Addressing Challenging Employee Feedback

4 min. read

Listen, Understand, Acknowledge, Commit, and Act

Taking employee feedback to heart is a powerful method for building a happy, high-performing workplace. Countless tools and processes are available to collect feedback from employees (some better than others), but what you do with feedback is as important as getting it in the first place. Employee feedback can range from minor and mundane to serious criticisms. When feedback is major, there is a risk that leaders will have a knee-jerk response to it before they even understand it. Having a clear process avoids the reactionary response and creates an opportunity to improve the workplace and its employees lives. So how do we tackle tough feedback?

Listen and Understand

The first thing to do is listen. To listen you have decide to put your full attention to what employees are saying, and you must set your intention to understand it. Employee feedback may come in the form of survey results, individual messages, or information that employees provide live when meeting with their leaders. Whichever form it comes in, have a willingness to read or hear it completely with a goal of understanding it. Come into reviewing the feedback with a tough skin, remembering none of this is personal. Set aside any desire to lash out at the person who provided the feedback. And don't jump to conclusions. You will not make it to the next step of understanding if you have a mindset that, "this feedback may just be the employee's bad attitude" or, "I see what the first three sentences say, so I know what this is about."

Take the time to see what’s right about the feedback. Remember that leaders don’t personally see each person’s workday, so the feedback contains information that leadership couldn't have learned without the employees sharing it. If you have an opportunity, ask questions about any parts of the feedback you do not understand. After that, review all of the feedback again.

Whether the source of the feedback was an individual employee or a workplace survey, take time to investigate the actual conditions they are reporting. This may involve reviewing policies, trying out tasks that employees perform, or joining teams in their day-to-day work. Ask managers for background information and be prepared to spend some time before coming to a conclusion on what the issue is.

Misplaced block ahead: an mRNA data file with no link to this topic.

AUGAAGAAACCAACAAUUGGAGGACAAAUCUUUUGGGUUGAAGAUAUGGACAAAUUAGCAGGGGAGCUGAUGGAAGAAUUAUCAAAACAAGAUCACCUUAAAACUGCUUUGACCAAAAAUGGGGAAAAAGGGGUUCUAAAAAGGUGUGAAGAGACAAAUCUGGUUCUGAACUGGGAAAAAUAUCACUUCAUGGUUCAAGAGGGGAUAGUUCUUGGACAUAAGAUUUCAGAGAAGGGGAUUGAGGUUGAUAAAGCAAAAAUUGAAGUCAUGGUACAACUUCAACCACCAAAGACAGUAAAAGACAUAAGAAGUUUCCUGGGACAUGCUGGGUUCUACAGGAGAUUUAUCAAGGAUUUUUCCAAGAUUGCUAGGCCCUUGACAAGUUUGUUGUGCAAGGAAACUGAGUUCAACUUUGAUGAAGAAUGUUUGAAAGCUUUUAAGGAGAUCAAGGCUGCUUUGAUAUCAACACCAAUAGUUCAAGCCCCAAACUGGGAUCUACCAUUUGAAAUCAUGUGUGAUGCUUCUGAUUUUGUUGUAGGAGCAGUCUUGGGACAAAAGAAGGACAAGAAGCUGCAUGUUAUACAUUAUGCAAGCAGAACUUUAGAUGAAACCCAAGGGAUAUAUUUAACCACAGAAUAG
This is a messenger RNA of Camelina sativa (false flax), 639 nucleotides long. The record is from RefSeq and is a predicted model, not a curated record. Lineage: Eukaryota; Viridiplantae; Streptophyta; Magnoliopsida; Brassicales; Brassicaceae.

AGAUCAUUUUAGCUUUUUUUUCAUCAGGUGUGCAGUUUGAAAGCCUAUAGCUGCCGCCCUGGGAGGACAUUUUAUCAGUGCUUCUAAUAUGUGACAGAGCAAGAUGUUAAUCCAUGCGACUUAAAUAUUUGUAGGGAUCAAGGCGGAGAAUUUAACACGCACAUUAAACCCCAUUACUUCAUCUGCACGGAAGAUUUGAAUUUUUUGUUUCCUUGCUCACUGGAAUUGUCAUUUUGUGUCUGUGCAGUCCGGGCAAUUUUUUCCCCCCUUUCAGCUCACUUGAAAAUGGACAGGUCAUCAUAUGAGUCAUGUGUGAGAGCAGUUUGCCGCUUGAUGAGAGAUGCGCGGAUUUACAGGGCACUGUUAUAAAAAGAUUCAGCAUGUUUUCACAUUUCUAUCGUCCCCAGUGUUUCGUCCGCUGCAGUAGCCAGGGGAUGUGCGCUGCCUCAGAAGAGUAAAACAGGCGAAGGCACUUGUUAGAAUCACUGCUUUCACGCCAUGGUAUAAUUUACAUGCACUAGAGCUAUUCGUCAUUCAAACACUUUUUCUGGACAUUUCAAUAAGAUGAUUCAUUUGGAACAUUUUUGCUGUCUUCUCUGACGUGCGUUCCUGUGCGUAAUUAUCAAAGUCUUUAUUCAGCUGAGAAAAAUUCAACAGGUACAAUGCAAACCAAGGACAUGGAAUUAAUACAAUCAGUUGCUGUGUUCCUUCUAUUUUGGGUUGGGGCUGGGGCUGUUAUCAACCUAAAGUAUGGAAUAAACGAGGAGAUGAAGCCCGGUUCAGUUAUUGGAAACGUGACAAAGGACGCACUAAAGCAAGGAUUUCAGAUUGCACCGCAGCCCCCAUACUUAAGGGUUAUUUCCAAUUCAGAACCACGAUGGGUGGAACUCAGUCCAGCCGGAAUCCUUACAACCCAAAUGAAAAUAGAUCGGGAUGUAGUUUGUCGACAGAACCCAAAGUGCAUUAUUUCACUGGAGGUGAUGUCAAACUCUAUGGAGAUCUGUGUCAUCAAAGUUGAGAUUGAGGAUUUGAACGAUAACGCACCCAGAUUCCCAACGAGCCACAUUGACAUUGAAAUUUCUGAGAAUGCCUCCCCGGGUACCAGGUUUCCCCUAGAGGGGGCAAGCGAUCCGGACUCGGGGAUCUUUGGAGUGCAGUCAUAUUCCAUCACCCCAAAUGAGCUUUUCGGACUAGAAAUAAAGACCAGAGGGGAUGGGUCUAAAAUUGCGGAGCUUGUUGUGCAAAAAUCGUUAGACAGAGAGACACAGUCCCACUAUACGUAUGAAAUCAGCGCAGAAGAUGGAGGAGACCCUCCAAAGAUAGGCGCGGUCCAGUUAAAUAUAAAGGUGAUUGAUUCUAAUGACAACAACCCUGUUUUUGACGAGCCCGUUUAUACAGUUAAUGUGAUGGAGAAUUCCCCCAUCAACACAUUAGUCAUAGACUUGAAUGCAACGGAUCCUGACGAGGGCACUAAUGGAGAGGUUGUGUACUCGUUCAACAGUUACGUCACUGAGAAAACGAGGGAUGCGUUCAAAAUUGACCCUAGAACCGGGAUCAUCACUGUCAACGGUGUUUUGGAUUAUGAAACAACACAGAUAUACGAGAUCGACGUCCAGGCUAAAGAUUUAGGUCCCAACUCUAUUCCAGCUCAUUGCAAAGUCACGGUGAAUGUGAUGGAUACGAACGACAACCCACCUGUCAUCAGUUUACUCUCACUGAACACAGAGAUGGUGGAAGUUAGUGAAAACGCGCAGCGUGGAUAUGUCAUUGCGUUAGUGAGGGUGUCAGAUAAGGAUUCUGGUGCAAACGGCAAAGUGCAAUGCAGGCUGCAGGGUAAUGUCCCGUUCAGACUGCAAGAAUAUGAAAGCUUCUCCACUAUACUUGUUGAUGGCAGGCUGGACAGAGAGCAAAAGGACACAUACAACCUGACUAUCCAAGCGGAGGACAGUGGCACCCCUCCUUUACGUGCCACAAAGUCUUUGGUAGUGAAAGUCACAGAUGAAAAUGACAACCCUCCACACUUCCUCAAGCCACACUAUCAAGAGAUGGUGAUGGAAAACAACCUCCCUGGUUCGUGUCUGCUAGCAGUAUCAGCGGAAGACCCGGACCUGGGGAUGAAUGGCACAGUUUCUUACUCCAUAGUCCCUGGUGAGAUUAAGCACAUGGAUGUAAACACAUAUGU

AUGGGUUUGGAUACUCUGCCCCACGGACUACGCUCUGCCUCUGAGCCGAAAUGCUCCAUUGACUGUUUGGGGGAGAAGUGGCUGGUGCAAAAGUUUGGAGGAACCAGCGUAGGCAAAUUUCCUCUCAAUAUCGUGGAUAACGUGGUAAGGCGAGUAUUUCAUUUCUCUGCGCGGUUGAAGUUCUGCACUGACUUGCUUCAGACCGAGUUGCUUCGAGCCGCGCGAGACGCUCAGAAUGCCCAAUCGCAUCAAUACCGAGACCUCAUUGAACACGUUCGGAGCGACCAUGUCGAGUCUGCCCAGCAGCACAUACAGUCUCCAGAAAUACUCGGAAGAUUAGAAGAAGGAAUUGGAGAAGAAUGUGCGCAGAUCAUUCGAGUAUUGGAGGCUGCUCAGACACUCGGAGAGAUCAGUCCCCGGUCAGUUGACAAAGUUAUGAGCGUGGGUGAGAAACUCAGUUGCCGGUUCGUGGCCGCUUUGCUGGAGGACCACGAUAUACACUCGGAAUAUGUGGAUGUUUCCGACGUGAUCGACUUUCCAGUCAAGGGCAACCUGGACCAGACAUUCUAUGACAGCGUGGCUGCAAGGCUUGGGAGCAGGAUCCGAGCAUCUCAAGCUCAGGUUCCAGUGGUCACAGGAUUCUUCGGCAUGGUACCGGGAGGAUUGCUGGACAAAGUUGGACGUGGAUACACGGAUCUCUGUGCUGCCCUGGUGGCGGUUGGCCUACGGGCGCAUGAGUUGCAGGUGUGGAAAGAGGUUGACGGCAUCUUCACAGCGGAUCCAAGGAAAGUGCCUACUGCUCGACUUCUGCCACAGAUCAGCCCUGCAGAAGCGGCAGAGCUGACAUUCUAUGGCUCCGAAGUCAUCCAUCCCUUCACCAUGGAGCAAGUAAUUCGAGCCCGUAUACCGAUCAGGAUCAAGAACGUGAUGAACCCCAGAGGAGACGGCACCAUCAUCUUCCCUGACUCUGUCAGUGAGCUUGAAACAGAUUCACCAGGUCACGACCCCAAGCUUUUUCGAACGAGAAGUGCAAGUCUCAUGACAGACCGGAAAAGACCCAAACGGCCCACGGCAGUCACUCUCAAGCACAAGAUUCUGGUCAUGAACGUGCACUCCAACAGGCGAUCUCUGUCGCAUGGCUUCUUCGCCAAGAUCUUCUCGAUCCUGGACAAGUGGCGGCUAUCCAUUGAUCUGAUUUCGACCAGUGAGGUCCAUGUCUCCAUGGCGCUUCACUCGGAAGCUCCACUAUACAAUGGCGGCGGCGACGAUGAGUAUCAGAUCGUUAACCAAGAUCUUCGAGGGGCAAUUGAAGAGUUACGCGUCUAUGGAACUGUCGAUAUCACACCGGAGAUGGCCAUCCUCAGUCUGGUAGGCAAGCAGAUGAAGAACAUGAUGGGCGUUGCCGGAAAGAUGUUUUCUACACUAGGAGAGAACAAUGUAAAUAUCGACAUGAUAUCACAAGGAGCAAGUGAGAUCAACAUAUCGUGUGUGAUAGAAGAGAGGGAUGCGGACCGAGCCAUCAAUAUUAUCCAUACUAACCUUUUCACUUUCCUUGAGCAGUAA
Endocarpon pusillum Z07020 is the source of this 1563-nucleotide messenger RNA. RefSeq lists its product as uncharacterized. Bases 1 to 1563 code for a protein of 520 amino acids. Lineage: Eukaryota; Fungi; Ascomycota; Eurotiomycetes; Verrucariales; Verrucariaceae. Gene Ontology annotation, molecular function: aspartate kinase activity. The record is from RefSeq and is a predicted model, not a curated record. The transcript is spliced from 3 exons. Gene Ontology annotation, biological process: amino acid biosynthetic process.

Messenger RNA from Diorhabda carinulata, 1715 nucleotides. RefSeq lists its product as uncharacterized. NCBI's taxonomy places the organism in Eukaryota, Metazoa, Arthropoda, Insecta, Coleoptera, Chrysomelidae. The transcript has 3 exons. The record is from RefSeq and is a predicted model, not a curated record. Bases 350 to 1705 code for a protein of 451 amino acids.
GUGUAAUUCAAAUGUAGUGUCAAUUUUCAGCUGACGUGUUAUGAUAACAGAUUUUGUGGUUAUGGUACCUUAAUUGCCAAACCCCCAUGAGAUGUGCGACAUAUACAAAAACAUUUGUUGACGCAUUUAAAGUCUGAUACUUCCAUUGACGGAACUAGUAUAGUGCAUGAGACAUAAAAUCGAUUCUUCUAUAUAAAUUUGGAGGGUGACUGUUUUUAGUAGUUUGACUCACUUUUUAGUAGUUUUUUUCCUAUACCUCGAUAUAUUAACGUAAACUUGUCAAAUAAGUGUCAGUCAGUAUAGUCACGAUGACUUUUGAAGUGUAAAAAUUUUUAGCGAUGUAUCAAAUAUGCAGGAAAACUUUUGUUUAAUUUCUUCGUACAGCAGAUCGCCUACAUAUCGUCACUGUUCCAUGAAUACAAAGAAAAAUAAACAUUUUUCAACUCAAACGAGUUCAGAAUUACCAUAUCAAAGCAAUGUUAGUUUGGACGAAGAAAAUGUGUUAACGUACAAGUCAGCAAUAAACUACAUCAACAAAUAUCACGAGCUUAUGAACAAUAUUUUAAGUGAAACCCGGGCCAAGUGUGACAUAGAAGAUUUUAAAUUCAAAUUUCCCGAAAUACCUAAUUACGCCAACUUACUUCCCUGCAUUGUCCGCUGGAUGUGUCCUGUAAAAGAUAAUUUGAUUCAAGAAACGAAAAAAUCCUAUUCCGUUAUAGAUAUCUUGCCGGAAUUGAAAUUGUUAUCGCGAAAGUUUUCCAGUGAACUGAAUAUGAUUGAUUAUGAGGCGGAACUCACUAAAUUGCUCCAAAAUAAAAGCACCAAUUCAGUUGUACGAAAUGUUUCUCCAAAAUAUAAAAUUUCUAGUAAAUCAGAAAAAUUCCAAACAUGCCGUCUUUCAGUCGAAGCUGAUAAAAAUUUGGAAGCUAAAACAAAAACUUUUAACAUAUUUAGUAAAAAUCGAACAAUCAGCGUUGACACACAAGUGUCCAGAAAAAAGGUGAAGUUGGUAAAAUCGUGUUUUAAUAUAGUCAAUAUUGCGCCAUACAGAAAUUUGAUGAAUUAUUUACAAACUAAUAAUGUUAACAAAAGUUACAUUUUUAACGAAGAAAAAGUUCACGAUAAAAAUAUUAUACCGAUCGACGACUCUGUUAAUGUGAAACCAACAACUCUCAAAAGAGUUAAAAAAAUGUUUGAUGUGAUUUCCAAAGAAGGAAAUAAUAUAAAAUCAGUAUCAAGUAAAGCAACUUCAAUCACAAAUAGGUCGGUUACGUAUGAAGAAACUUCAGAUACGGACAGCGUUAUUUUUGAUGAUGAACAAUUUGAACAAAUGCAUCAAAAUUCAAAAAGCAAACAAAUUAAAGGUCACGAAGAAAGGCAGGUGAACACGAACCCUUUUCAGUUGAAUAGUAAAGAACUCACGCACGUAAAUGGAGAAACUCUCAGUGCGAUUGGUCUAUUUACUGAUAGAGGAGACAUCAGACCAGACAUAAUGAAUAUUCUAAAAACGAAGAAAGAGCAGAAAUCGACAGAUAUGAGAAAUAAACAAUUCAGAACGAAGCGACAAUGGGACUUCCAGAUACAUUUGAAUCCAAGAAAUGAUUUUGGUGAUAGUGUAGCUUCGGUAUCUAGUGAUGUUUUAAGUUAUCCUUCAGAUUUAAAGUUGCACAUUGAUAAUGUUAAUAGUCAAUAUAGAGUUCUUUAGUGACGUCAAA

Acknowledge and Thank

"Acknowledge" means to accept that something is real or admit that it is true. Tell employees you got their feedback, that you know it is real and represents their experiences and feelings. Express your gratitude that they made a contribution to the workplace by identifying issues, thinking them through, and having the courage to speak up.

Acknowledge that leadership received the feedback and they are getting to work on it. This step is critically important. Failing to acknowledge feedback makes employees feel ignored and disrespected, and it worsens the workplace. Research shows that ignoring employee feedback can severely damage employee happiness and even increase turnover. The purpose of getting feedback is to listen, show respect, and use the feedback to improve the workplace.

Thank employees who give feedback. Express genuine gratitude to them whether this is one employee in a face-to-face meeting or hundreds of employees who have participated in a survey. The employees showed trust in their leaders and care for their company by speaking up. That is an admirable action.

Commit and Act

Last is action. Review possible actions that could improve the conditions employees are describing. When reviewing, try listing actions alongside information that can help you decide which steps to take. Action lists can include the following about each one under consideration:

  • Amount of time required to complete
  • Cost in money to complete
  • Positive impact on the area under improvement
  • Teams or leaders that will be assigned to complete

Choose the actions to take and put them in a plan. Set goals on when to have them done, and assign appropriate, empowered leaders to complete them. Make sure that every participating leader will update the plan as they complete milestones and when they complete the action.

When the plan is adopted, report it to the workplace at large. Share information about each area under improvement, what actions are planned to improve them, and about how long actions are expected to take. As time goes on, report back to the workplace to announce improvements when actions are complete.

Amazing Workplace's surveys produce detailed results across dozens of happiness drivers, but what makes it truly powerful is the Employee Happiness Improvement Platform. It's built to guide companies through this process of addressing employee feedback. Want to learn more about our happy workplace obsession? Reach out to us at, or start the free version of our Employee Happiness Survey here.